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Britons believe that politicians are hypocrites and will hinder climate crisis mitigation | Environment

Britons believe that politicians are hypocrites and will hinder climate crisis mitigation | Environment

Britons are concerned about the hypocrisy of politicians and how it will affect their willingness to change their behaviour to address climate crisis.

These opinions come from the Net Zero Diaries, which is a project of Britain Thinks. It examines changing attitudes to the pursuit and attainment of net zero emission targets. This is the first compilation of public views from the cohort of people since the Cop26 summit on climate change in Glasgow.

The focus group project was 40 people who kept journals of news events and their daily climate encounters and listened to a variety of experts. Many people felt excited and hopeful after the conference.

The extensive coverage of Cop26 made it seem like Cop26 was a success, according to researchers who examined the diaries.

However, even those who claimed to have a strong interest for the environment could not name specific details on what had been agreed upon on issues like coal and deforestation.

Much was made of the difference between aid for the poor and aid for the richer nations. One commentator called the outcome mean-spirited because the developed world had made promises of support but failed to fulfill them.

Two key moments stood out to diarists throughout the conference: Joe Biden, the US president, appearing to fall asleep during a discussion and Boris Johnson flying from the US to London after the summit opened.

One said that it didn’t get people involved if they fell asleep during it. Boris Johnson was hypocritical in flying by plane between these events. Another pointed out that he could have used technology or travelled by an electric car.

Some diarists felt that these moments diminished the importance of Cop26 and fuelled diarists concerns about the fact that powerful global leaders aren’t taking the issue seriously.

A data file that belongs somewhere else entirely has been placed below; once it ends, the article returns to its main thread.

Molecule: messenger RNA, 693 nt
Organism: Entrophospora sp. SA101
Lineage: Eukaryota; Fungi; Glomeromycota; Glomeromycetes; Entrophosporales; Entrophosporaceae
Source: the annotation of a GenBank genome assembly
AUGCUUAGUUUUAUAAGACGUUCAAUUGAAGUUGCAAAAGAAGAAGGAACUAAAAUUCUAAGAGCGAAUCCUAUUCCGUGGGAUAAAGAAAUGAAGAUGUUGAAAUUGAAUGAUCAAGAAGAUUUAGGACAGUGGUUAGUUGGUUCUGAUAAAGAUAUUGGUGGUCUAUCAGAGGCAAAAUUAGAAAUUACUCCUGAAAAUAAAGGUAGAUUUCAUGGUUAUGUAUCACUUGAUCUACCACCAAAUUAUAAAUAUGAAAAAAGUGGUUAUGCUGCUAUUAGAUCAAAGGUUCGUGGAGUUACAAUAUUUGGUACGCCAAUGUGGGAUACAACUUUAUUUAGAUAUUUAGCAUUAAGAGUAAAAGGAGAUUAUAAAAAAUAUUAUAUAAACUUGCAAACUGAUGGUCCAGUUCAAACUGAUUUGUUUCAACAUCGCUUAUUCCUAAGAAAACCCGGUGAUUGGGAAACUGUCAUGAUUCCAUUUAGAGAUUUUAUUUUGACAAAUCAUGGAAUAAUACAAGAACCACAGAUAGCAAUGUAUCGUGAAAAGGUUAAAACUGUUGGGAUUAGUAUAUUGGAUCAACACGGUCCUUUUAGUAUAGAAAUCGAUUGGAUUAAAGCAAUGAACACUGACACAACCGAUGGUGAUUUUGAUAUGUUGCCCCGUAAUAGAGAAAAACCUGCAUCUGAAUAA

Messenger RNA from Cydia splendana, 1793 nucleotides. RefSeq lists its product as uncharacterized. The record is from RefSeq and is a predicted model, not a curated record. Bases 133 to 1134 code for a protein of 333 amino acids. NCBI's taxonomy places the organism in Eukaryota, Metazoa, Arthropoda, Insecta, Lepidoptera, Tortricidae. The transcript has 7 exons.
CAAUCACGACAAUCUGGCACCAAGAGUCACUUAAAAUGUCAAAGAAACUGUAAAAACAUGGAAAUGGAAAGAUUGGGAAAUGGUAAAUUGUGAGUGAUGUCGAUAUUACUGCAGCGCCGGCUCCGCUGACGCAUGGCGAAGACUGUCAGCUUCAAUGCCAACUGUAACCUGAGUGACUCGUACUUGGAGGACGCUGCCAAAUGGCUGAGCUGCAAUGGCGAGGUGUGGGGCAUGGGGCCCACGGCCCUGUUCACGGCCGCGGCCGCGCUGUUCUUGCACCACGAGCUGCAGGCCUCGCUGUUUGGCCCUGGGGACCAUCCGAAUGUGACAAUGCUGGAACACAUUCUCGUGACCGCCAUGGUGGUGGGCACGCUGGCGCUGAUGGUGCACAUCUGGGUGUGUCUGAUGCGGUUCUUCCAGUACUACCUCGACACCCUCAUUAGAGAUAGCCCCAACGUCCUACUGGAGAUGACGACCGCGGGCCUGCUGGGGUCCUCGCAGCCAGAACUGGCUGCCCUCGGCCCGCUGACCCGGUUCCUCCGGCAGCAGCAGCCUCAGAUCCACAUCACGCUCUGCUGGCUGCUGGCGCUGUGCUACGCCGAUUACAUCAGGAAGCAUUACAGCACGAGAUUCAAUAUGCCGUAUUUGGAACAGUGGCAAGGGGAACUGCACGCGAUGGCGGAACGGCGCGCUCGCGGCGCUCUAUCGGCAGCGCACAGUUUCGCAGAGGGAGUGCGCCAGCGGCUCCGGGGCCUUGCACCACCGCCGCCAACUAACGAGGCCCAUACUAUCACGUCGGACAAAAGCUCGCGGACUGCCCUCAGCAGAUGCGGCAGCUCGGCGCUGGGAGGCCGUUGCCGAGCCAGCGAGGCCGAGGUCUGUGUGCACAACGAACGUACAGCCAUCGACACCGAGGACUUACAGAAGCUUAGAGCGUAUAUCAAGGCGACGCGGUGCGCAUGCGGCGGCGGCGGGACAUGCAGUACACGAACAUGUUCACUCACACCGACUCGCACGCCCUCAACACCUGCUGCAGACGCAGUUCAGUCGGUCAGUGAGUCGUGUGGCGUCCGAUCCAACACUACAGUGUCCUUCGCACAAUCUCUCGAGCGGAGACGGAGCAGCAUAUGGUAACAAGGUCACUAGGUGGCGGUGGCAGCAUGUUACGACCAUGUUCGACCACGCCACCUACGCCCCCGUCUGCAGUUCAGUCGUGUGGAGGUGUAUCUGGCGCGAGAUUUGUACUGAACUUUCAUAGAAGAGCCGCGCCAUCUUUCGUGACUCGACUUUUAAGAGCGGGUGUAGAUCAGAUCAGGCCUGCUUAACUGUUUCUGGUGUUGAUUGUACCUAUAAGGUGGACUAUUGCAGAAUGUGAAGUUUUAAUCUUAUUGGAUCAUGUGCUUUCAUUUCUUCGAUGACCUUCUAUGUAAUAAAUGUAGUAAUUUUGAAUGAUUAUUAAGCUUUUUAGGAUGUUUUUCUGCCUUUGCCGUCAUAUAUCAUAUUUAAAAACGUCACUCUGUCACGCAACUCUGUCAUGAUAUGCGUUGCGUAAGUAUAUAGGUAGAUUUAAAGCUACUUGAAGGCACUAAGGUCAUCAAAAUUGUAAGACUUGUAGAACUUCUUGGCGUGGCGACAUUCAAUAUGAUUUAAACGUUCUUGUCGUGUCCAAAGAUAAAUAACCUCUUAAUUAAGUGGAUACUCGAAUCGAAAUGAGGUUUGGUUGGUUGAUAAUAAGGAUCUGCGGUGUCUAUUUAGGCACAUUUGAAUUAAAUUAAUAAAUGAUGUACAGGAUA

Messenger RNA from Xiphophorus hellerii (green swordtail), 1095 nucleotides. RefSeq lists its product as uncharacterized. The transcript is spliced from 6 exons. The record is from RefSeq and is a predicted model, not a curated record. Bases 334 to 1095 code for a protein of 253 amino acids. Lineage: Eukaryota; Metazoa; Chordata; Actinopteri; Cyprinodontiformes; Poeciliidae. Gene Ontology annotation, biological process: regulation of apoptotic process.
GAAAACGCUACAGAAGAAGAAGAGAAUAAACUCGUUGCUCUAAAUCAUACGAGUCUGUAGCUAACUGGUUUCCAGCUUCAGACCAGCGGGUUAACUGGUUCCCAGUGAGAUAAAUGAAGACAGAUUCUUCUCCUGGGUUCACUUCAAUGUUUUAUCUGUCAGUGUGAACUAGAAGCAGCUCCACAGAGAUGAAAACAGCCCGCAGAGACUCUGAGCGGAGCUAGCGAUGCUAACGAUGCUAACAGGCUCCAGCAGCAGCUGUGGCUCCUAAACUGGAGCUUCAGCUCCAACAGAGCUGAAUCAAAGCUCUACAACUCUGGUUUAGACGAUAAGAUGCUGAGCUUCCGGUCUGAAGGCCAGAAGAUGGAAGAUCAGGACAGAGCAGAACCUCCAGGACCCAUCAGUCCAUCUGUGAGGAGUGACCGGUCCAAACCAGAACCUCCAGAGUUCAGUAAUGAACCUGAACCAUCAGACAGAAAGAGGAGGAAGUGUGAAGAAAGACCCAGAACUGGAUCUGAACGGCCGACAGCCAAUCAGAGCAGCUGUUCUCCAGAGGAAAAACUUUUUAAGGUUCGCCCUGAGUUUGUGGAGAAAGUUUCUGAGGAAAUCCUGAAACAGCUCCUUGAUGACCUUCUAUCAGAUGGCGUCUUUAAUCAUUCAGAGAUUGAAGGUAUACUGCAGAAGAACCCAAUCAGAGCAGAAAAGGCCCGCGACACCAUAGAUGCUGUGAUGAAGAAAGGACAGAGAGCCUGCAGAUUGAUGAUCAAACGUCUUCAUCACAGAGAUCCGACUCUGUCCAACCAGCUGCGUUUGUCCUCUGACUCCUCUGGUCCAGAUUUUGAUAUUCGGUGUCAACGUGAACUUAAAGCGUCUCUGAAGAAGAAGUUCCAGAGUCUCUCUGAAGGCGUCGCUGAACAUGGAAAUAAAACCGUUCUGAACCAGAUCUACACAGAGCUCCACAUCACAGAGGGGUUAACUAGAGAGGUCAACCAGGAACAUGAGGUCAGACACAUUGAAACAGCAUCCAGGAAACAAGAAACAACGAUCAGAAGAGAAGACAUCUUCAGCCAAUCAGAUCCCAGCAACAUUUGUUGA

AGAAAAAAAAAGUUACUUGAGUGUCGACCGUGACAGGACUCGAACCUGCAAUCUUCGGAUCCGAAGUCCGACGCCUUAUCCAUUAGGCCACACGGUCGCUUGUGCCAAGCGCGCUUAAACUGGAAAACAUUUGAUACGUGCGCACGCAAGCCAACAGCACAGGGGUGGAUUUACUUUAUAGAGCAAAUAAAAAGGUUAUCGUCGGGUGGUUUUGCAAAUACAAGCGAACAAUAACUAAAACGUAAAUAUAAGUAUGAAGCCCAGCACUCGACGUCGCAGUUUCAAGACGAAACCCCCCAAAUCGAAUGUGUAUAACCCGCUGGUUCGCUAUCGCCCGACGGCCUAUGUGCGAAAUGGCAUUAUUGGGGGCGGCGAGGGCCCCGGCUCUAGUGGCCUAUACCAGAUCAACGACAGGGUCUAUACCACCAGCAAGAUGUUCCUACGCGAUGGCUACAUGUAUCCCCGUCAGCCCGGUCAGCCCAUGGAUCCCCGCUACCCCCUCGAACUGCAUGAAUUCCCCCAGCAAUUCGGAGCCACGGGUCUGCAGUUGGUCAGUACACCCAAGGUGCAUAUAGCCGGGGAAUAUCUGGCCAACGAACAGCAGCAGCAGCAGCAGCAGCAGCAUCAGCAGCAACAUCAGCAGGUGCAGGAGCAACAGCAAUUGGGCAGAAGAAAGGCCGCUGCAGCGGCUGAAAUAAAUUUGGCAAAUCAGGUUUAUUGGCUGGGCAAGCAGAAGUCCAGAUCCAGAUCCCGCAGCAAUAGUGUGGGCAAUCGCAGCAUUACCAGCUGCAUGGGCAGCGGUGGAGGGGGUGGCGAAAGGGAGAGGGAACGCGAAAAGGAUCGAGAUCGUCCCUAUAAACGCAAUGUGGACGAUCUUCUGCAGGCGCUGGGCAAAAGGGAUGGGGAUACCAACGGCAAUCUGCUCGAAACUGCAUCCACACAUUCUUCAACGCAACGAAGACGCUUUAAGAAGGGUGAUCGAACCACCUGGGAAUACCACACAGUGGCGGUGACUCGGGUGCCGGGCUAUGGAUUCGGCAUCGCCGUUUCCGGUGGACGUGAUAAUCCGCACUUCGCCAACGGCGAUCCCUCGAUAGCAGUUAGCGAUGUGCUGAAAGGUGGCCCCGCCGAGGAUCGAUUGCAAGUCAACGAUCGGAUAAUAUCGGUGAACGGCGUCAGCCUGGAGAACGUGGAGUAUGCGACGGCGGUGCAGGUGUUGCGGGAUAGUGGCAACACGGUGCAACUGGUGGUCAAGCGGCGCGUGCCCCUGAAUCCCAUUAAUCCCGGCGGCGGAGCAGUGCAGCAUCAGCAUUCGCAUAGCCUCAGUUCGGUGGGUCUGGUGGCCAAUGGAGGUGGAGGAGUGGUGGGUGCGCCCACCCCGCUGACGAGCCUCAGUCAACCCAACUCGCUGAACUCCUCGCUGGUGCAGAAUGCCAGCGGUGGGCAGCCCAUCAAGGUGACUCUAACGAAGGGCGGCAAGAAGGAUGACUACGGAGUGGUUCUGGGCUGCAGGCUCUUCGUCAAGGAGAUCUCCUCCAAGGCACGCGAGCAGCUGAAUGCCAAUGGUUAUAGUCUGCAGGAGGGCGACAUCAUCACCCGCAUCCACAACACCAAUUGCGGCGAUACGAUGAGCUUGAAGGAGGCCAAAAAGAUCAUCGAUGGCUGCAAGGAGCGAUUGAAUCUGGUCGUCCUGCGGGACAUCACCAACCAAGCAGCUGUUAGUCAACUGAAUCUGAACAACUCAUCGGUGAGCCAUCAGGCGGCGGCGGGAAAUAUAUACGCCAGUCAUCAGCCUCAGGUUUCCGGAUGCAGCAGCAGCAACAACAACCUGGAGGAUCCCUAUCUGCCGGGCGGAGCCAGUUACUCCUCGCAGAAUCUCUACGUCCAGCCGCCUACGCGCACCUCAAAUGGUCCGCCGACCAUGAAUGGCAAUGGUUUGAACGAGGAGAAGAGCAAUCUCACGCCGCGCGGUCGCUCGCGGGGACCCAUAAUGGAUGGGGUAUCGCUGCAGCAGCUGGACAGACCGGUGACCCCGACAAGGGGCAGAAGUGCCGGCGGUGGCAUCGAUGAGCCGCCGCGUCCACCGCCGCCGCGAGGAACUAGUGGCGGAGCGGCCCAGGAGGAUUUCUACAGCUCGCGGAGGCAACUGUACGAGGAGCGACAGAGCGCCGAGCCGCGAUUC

Participants were also skeptical about the validity of some agreements and their ability to hold true. One diarist said that none of the agreements are legally binding, and that they are merely vague statements. These agreements did not cover the main points and were not signed by the countries most responsible.

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Participants were given an article about the conference to read. Most participants noticed that commitments are self-policing. They expressed concern that they might not be upheld. Those who were more involved pointed out the fallout of the Paris summit commitments.

The global commitment to end and reverse the deforestation was the most well-known and well-understood. It included commitments by leaders such as Brazil’s Jair Bolsonaro.

The land-clearing of forest contributes nearly 25% to greenhouse gas emissions. Clearances are also granted for the growth of agricultural products such soy, palm oil, and beef. Many diarists stated that the pledge was credible because it was specifically linked to the climate crisis and was backed up by a multibillion-dollar finance package.

The research was conducted by Ovo, Citizens Advice and WWF. Lancaster University also commissioned the research. Diarists were recruited to reflect different views on climate. They ranged from active activists to regular consumers to low-engagement regulars.

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